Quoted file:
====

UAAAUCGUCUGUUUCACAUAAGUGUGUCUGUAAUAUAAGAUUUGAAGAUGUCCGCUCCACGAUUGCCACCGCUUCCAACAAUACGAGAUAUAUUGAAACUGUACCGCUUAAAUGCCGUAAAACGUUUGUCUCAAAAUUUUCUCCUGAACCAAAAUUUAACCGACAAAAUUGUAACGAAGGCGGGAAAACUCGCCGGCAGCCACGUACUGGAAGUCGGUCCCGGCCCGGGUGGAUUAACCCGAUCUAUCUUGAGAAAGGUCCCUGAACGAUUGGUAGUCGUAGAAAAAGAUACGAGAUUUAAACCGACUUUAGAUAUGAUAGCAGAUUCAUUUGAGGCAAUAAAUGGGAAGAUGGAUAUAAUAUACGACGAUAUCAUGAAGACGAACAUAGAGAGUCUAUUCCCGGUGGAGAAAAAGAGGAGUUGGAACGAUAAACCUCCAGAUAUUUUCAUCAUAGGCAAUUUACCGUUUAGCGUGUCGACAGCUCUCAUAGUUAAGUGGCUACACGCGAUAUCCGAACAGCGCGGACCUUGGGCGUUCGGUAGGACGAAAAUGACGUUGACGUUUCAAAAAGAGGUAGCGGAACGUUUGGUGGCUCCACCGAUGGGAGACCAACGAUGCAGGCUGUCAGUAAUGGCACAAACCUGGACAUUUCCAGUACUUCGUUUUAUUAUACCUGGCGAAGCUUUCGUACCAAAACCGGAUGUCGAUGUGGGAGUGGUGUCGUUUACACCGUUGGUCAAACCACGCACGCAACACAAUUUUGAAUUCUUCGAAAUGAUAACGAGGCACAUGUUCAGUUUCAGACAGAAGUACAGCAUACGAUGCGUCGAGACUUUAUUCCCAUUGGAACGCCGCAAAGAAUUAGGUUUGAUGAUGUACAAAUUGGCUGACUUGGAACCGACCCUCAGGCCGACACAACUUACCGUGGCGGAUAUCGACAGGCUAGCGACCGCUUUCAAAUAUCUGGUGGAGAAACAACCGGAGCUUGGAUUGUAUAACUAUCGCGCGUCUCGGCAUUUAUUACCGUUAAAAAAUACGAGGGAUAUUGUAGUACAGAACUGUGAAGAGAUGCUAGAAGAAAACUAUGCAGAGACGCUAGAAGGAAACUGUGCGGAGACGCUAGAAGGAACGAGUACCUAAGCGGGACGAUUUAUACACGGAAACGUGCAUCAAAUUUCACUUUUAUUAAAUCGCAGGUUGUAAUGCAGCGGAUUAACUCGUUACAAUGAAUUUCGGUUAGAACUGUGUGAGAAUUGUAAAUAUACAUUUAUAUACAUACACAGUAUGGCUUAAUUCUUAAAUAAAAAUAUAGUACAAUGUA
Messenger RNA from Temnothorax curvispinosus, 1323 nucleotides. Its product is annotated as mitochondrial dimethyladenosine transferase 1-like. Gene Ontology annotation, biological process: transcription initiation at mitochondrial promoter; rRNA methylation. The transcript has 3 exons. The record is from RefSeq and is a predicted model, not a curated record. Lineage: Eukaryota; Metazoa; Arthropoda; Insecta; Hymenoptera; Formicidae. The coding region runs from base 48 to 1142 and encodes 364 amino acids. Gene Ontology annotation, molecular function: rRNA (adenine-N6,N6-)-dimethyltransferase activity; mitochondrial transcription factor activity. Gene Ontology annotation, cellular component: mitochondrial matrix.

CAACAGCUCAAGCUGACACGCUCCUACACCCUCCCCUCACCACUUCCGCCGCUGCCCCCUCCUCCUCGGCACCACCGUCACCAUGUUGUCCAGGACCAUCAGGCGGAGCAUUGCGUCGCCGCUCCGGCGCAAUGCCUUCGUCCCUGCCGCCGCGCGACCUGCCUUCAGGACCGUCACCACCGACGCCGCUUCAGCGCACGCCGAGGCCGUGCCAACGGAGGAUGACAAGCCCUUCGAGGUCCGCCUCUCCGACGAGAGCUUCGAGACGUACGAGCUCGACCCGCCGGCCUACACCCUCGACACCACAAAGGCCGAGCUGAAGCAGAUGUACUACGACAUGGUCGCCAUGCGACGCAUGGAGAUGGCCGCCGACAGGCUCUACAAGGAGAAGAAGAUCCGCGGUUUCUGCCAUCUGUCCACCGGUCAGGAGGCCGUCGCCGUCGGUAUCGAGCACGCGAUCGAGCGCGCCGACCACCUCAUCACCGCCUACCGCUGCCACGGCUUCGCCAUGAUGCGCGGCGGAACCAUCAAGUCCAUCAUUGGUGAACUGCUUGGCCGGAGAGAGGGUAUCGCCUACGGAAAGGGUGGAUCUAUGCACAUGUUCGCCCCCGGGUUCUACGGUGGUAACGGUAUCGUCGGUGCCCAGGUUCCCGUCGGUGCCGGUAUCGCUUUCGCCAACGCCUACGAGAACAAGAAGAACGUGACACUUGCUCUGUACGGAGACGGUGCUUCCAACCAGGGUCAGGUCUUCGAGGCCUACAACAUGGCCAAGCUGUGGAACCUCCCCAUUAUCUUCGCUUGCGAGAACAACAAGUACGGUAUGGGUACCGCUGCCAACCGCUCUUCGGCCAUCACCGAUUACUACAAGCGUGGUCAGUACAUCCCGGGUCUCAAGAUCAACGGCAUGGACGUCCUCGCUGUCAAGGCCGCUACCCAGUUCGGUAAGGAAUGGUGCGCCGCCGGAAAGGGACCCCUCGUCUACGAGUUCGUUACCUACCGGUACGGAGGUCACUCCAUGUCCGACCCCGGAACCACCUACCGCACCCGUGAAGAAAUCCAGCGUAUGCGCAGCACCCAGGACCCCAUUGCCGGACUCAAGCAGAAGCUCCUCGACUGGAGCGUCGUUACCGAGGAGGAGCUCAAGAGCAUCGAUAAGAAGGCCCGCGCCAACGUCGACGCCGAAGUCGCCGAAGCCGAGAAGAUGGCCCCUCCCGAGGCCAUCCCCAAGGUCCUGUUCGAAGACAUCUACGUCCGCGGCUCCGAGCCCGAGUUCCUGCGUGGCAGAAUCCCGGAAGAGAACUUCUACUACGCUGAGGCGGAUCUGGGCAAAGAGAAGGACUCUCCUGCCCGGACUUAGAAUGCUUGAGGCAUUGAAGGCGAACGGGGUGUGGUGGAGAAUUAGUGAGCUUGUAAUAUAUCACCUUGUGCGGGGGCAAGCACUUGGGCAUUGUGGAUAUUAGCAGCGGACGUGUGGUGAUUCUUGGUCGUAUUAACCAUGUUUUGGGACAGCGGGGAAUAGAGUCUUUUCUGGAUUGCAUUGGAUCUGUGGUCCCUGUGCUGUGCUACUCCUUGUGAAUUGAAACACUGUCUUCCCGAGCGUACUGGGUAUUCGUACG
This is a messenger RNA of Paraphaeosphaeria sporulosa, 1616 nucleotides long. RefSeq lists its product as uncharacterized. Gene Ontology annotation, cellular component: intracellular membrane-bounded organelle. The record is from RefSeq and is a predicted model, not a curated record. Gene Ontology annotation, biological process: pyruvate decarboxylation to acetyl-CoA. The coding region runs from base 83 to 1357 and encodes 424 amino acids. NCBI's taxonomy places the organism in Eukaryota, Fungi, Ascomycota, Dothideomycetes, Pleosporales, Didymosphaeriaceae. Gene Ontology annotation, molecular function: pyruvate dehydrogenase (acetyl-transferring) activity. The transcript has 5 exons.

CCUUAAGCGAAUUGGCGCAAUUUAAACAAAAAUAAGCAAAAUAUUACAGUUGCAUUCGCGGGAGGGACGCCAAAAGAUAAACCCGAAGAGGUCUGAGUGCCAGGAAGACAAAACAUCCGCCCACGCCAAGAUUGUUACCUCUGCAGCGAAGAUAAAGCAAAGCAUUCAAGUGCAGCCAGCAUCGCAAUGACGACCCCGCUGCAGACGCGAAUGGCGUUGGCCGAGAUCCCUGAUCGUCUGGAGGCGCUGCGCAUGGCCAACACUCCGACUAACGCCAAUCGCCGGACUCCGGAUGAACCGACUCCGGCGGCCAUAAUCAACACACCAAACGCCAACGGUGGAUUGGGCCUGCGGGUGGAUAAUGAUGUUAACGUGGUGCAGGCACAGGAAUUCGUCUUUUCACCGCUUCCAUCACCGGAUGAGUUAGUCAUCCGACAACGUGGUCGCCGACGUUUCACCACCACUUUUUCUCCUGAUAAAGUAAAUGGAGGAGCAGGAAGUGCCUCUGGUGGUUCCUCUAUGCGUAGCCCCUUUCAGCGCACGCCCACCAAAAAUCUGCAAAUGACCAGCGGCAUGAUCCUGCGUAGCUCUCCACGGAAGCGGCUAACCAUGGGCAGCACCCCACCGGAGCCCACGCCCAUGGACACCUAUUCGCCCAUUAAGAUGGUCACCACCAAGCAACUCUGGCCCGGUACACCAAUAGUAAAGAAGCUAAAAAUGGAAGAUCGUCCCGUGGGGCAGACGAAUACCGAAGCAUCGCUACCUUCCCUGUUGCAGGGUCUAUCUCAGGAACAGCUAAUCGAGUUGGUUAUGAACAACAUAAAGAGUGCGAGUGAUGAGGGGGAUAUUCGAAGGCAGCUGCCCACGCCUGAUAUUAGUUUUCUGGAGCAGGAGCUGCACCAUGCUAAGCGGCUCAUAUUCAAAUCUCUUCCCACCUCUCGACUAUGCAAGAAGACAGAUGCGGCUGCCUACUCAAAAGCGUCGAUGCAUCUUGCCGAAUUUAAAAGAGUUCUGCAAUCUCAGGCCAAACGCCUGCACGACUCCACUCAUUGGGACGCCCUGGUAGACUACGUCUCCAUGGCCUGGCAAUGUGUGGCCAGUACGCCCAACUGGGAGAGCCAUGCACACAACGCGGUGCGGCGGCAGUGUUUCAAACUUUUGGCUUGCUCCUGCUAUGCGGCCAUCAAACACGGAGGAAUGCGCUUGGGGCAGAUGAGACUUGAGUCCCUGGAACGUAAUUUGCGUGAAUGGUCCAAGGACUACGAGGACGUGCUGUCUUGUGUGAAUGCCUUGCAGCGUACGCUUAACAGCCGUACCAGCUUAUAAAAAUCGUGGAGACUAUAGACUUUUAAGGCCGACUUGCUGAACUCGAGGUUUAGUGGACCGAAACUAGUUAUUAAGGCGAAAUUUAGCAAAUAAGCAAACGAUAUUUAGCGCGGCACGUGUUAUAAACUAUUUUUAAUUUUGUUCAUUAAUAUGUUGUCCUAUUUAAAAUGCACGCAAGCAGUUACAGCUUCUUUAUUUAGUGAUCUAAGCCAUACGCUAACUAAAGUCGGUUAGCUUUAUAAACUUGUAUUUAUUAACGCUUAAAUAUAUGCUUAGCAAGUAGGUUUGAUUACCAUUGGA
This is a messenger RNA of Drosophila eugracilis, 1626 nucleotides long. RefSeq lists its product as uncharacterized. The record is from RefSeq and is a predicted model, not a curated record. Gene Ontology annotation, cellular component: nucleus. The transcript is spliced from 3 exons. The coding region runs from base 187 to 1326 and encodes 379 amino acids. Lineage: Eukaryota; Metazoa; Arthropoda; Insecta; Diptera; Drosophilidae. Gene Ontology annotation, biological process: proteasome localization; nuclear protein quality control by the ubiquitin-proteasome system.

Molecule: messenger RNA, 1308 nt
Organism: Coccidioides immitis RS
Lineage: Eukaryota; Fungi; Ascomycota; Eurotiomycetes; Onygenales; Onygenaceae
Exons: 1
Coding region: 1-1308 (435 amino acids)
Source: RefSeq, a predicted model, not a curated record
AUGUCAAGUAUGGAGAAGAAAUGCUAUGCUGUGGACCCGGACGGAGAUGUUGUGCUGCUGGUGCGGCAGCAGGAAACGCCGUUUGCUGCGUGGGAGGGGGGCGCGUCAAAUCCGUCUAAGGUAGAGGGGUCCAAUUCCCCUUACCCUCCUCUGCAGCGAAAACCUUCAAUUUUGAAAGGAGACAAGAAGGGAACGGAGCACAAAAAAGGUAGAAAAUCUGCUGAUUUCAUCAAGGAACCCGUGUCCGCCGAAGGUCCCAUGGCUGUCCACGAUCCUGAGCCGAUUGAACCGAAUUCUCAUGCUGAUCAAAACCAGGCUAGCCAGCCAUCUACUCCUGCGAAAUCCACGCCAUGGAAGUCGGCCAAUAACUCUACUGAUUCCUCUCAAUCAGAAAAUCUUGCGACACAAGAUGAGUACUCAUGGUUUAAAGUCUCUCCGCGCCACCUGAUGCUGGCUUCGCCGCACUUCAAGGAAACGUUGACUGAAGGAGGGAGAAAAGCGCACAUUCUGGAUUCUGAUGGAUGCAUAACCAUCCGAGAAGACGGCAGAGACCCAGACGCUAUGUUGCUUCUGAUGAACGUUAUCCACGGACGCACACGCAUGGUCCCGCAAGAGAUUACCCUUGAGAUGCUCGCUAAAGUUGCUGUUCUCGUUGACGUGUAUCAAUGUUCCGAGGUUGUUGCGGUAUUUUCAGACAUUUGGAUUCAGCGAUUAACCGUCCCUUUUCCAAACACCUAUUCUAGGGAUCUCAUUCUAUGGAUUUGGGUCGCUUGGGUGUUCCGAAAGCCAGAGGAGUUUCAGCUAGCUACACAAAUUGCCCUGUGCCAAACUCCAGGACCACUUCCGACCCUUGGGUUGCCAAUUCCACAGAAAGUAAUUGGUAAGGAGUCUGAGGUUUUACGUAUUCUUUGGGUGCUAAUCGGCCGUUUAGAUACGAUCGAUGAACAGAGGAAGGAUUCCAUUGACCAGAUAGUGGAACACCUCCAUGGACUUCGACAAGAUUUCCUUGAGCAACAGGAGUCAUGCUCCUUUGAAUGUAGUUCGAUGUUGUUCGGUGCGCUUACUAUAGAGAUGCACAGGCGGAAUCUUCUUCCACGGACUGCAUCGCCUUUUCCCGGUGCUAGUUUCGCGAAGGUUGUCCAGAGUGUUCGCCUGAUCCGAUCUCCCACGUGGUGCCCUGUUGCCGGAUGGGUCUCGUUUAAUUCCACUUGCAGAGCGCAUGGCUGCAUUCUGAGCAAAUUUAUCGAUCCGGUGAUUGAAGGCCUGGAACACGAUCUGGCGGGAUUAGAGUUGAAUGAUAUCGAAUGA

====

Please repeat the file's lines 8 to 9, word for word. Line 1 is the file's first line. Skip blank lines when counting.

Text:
Organism: Coccidioides immitis RS
Lineage: Eukaryota; Fungi; Ascomycota; Eurotiomycetes; Onygenales; Onygenaceae